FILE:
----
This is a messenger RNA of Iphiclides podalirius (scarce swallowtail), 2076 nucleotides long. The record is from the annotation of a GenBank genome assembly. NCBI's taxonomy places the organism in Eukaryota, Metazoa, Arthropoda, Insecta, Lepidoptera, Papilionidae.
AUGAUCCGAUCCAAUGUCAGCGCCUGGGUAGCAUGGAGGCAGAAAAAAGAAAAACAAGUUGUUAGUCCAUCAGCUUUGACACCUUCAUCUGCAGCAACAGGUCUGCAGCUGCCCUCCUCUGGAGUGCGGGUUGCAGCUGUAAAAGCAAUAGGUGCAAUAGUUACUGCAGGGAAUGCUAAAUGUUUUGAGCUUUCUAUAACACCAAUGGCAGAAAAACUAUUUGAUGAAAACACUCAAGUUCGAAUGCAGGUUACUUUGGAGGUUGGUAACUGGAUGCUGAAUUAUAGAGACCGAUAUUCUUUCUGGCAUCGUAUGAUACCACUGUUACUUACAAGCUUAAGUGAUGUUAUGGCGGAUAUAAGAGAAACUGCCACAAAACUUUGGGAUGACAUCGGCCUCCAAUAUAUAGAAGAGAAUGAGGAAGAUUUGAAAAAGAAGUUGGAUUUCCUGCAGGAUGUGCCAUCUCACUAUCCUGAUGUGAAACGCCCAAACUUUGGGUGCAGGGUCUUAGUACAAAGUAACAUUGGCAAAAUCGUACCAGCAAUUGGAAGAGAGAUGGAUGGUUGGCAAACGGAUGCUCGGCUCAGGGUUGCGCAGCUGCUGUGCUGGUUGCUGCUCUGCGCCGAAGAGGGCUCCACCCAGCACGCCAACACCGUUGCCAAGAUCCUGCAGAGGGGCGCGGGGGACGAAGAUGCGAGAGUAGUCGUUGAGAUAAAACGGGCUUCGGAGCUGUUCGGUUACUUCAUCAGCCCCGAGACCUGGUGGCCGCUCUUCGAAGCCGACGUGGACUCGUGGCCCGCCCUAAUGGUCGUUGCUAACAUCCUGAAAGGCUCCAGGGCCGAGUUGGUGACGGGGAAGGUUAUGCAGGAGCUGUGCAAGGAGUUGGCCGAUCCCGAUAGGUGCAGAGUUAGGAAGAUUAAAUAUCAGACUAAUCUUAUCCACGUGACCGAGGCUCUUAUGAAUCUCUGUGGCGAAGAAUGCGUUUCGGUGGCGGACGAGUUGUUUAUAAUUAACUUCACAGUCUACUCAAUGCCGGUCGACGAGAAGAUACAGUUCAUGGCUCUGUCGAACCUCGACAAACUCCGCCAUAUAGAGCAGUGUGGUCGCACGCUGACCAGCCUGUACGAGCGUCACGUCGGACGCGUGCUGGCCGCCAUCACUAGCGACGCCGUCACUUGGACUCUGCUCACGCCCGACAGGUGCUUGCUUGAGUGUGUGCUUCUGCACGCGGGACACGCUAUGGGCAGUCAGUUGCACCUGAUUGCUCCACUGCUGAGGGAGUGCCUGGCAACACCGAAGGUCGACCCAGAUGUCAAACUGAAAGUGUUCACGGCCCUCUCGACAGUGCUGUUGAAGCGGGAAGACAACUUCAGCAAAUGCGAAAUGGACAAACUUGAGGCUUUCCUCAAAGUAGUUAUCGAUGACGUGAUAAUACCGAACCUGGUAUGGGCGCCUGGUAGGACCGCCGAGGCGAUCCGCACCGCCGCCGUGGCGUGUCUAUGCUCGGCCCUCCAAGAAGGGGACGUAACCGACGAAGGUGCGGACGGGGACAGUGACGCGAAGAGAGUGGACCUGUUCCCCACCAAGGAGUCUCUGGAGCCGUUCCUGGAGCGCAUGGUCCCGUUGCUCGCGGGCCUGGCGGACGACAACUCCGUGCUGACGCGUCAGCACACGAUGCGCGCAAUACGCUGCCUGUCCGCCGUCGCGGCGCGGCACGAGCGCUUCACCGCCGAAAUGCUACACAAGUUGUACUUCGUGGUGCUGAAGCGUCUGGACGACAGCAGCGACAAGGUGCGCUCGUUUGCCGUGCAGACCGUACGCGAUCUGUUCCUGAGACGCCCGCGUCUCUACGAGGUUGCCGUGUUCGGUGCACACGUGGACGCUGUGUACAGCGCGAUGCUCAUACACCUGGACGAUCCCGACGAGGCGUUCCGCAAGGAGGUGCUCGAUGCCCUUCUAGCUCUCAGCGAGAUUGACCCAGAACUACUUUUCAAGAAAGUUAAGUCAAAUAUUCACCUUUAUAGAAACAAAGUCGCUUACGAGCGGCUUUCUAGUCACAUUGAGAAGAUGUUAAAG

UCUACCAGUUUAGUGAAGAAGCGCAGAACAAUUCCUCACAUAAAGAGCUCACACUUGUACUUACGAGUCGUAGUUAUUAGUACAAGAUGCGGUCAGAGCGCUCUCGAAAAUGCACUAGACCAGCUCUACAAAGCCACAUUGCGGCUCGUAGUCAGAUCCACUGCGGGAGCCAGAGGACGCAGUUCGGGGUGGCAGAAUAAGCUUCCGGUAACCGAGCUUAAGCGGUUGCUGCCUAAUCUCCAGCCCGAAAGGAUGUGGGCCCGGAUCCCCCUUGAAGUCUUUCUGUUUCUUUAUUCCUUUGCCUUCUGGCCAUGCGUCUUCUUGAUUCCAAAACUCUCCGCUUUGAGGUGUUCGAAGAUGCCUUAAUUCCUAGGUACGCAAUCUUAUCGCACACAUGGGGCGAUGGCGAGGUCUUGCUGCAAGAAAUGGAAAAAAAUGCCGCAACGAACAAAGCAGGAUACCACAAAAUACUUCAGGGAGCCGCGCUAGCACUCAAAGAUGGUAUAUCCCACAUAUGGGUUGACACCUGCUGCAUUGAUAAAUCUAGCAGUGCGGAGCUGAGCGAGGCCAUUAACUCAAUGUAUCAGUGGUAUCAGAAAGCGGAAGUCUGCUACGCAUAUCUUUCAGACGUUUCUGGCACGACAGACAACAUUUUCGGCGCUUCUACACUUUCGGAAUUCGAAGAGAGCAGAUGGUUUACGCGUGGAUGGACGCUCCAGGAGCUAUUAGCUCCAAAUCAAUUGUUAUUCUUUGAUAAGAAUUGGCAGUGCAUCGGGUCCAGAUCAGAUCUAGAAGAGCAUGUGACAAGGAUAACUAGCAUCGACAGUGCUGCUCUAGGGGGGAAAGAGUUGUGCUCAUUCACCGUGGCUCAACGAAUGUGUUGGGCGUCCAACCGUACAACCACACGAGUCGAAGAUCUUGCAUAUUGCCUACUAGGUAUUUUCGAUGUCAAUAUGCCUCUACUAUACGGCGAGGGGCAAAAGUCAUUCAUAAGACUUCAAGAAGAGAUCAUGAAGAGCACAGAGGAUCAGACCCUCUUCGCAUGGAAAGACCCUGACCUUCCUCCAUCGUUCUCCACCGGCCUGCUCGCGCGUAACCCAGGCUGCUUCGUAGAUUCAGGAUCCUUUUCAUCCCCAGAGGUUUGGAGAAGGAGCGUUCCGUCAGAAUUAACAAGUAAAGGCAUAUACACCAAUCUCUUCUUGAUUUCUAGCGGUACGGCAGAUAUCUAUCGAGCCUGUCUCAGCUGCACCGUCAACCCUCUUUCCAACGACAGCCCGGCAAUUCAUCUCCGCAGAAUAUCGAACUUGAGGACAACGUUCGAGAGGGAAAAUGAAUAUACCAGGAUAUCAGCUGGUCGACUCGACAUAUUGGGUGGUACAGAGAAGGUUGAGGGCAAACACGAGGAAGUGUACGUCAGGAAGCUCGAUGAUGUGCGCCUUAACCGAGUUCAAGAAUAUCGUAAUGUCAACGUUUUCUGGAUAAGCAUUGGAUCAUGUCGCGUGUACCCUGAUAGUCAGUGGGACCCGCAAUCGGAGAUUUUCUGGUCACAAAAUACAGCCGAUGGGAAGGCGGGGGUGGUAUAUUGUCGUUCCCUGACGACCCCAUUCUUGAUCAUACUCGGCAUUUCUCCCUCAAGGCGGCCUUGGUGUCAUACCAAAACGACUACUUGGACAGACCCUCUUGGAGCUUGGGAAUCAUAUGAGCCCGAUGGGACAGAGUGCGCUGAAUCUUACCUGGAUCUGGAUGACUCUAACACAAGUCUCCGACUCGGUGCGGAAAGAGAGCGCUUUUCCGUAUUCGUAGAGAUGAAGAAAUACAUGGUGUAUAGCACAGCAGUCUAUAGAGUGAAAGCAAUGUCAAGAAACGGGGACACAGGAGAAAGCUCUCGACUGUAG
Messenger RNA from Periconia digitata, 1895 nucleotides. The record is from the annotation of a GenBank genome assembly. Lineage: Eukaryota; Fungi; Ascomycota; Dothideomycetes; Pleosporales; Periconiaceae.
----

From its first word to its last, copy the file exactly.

This is a messenger RNA of Iphiclides podalirius (scarce swallowtail), 2076 nucleotides long. The record is from the annotation of a GenBank genome assembly. NCBI's taxonomy places the organism in Eukaryota, Metazoa, Arthropoda, Insecta, Lepidoptera, Papilionidae.
AUGAUCCGAUCCAAUGUCAGCGCCUGGGUAGCAUGGAGGCAGAAAAAAGAAAAACAAGUUGUUAGUCCAUCAGCUUUGACACCUUCAUCUGCAGCAACAGGUCUGCAGCUGCCCUCCUCUGGAGUGCGGGUUGCAGCUGUAAAAGCAAUAGGUGCAAUAGUUACUGCAGGGAAUGCUAAAUGUUUUGAGCUUUCUAUAACACCAAUGGCAGAAAAACUAUUUGAUGAAAACACUCAAGUUCGAAUGCAGGUUACUUUGGAGGUUGGUAACUGGAUGCUGAAUUAUAGAGACCGAUAUUCUUUCUGGCAUCGUAUGAUACCACUGUUACUUACAAGCUUAAGUGAUGUUAUGGCGGAUAUAAGAGAAACUGCCACAAAACUUUGGGAUGACAUCGGCCUCCAAUAUAUAGAAGAGAAUGAGGAAGAUUUGAAAAAGAAGUUGGAUUUCCUGCAGGAUGUGCCAUCUCACUAUCCUGAUGUGAAACGCCCAAACUUUGGGUGCAGGGUCUUAGUACAAAGUAACAUUGGCAAAAUCGUACCAGCAAUUGGAAGAGAGAUGGAUGGUUGGCAAACGGAUGCUCGGCUCAGGGUUGCGCAGCUGCUGUGCUGGUUGCUGCUCUGCGCCGAAGAGGGCUCCACCCAGCACGCCAACACCGUUGCCAAGAUCCUGCAGAGGGGCGCGGGGGACGAAGAUGCGAGAGUAGUCGUUGAGAUAAAACGGGCUUCGGAGCUGUUCGGUUACUUCAUCAGCCCCGAGACCUGGUGGCCGCUCUUCGAAGCCGACGUGGACUCGUGGCCCGCCCUAAUGGUCGUUGCUAACAUCCUGAAAGGCUCCAGGGCCGAGUUGGUGACGGGGAAGGUUAUGCAGGAGCUGUGCAAGGAGUUGGCCGAUCCCGAUAGGUGCAGAGUUAGGAAGAUUAAAUAUCAGACUAAUCUUAUCCACGUGACCGAGGCUCUUAUGAAUCUCUGUGGCGAAGAAUGCGUUUCGGUGGCGGACGAGUUGUUUAUAAUUAACUUCACAGUCUACUCAAUGCCGGUCGACGAGAAGAUACAGUUCAUGGCUCUGUCGAACCUCGACAAACUCCGCCAUAUAGAGCAGUGUGGUCGCACGCUGACCAGCCUGUACGAGCGUCACGUCGGACGCGUGCUGGCCGCCAUCACUAGCGACGCCGUCACUUGGACUCUGCUCACGCCCGACAGGUGCUUGCUUGAGUGUGUGCUUCUGCACGCGGGACACGCUAUGGGCAGUCAGUUGCACCUGAUUGCUCCACUGCUGAGGGAGUGCCUGGCAACACCGAAGGUCGACCCAGAUGUCAAACUGAAAGUGUUCACGGCCCUCUCGACAGUGCUGUUGAAGCGGGAAGACAACUUCAGCAAAUGCGAAAUGGACAAACUUGAGGCUUUCCUCAAAGUAGUUAUCGAUGACGUGAUAAUACCGAACCUGGUAUGGGCGCCUGGUAGGACCGCCGAGGCGAUCCGCACCGCCGCCGUGGCGUGUCUAUGCUCGGCCCUCCAAGAAGGGGACGUAACCGACGAAGGUGCGGACGGGGACAGUGACGCGAAGAGAGUGGACCUGUUCCCCACCAAGGAGUCUCUGGAGCCGUUCCUGGAGCGCAUGGUCCCGUUGCUCGCGGGCCUGGCGGACGACAACUCCGUGCUGACGCGUCAGCACACGAUGCGCGCAAUACGCUGCCUGUCCGCCGUCGCGGCGCGGCACGAGCGCUUCACCGCCGAAAUGCUACACAAGUUGUACUUCGUGGUGCUGAAGCGUCUGGACGACAGCAGCGACAAGGUGCGCUCGUUUGCCGUGCAGACCGUACGCGAUCUGUUCCUGAGACGCCCGCGUCUCUACGAGGUUGCCGUGUUCGGUGCACACGUGGACGCUGUGUACAGCGCGAUGCUCAUACACCUGGACGAUCCCGACGAGGCGUUCCGCAAGGAGGUGCUCGAUGCCCUUCUAGCUCUCAGCGAGAUUGACCCAGAACUACUUUUCAAGAAAGUUAAGUCAAAUAUUCACCUUUAUAGAAACAAAGUCGCUUACGAGCGGCUUUCUAGUCACAUUGAGAAGAUGUUAAAG

UCUACCAGUUUAGUGAAGAAGCGCAGAACAAUUCCUCACAUAAAGAGCUCACACUUGUACUUACGAGUCGUAGUUAUUAGUACAAGAUGCGGUCAGAGCGCUCUCGAAAAUGCACUAGACCAGCUCUACAAAGCCACAUUGCGGCUCGUAGUCAGAUCCACUGCGGGAGCCAGAGGACGCAGUUCGGGGUGGCAGAAUAAGCUUCCGGUAACCGAGCUUAAGCGGUUGCUGCCUAAUCUCCAGCCCGAAAGGAUGUGGGCCCGGAUCCCCCUUGAAGUCUUUCUGUUUCUUUAUUCCUUUGCCUUCUGGCCAUGCGUCUUCUUGAUUCCAAAACUCUCCGCUUUGAGGUGUUCGAAGAUGCCUUAAUUCCUAGGUACGCAAUCUUAUCGCACACAUGGGGCGAUGGCGAGGUCUUGCUGCAAGAAAUGGAAAAAAAUGCCGCAACGAACAAAGCAGGAUACCACAAAAUACUUCAGGGAGCCGCGCUAGCACUCAAAGAUGGUAUAUCCCACAUAUGGGUUGACACCUGCUGCAUUGAUAAAUCUAGCAGUGCGGAGCUGAGCGAGGCCAUUAACUCAAUGUAUCAGUGGUAUCAGAAAGCGGAAGUCUGCUACGCAUAUCUUUCAGACGUUUCUGGCACGACAGACAACAUUUUCGGCGCUUCUACACUUUCGGAAUUCGAAGAGAGCAGAUGGUUUACGCGUGGAUGGACGCUCCAGGAGCUAUUAGCUCCAAAUCAAUUGUUAUUCUUUGAUAAGAAUUGGCAGUGCAUCGGGUCCAGAUCAGAUCUAGAAGAGCAUGUGACAAGGAUAACUAGCAUCGACAGUGCUGCUCUAGGGGGGAAAGAGUUGUGCUCAUUCACCGUGGCUCAACGAAUGUGUUGGGCGUCCAACCGUACAACCACACGAGUCGAAGAUCUUGCAUAUUGCCUACUAGGUAUUUUCGAUGUCAAUAUGCCUCUACUAUACGGCGAGGGGCAAAAGUCAUUCAUAAGACUUCAAGAAGAGAUCAUGAAGAGCACAGAGGAUCAGACCCUCUUCGCAUGGAAAGACCCUGACCUUCCUCCAUCGUUCUCCACCGGCCUGCUCGCGCGUAACCCAGGCUGCUUCGUAGAUUCAGGAUCCUUUUCAUCCCCAGAGGUUUGGAGAAGGAGCGUUCCGUCAGAAUUAACAAGUAAAGGCAUAUACACCAAUCUCUUCUUGAUUUCUAGCGGUACGGCAGAUAUCUAUCGAGCCUGUCUCAGCUGCACCGUCAACCCUCUUUCCAACGACAGCCCGGCAAUUCAUCUCCGCAGAAUAUCGAACUUGAGGACAACGUUCGAGAGGGAAAAUGAAUAUACCAGGAUAUCAGCUGGUCGACUCGACAUAUUGGGUGGUACAGAGAAGGUUGAGGGCAAACACGAGGAAGUGUACGUCAGGAAGCUCGAUGAUGUGCGCCUUAACCGAGUUCAAGAAUAUCGUAAUGUCAACGUUUUCUGGAUAAGCAUUGGAUCAUGUCGCGUGUACCCUGAUAGUCAGUGGGACCCGCAAUCGGAGAUUUUCUGGUCACAAAAUACAGCCGAUGGGAAGGCGGGGGUGGUAUAUUGUCGUUCCCUGACGACCCCAUUCUUGAUCAUACUCGGCAUUUCUCCCUCAAGGCGGCCUUGGUGUCAUACCAAAACGACUACUUGGACAGACCCUCUUGGAGCUUGGGAAUCAUAUGAGCCCGAUGGGACAGAGUGCGCUGAAUCUUACCUGGAUCUGGAUGACUCUAACACAAGUCUCCGACUCGGUGCGGAAAGAGAGCGCUUUUCCGUAUUCGUAGAGAUGAAGAAAUACAUGGUGUAUAGCACAGCAGUCUAUAGAGUGAAAGCAAUGUCAAGAAACGGGGACACAGGAGAAAGCUCUCGACUGUAG
Messenger RNA from Periconia digitata, 1895 nucleotides. The record is from the annotation of a GenBank genome assembly. Lineage: Eukaryota; Fungi; Ascomycota; Dothideomycetes; Pleosporales; Periconiaceae.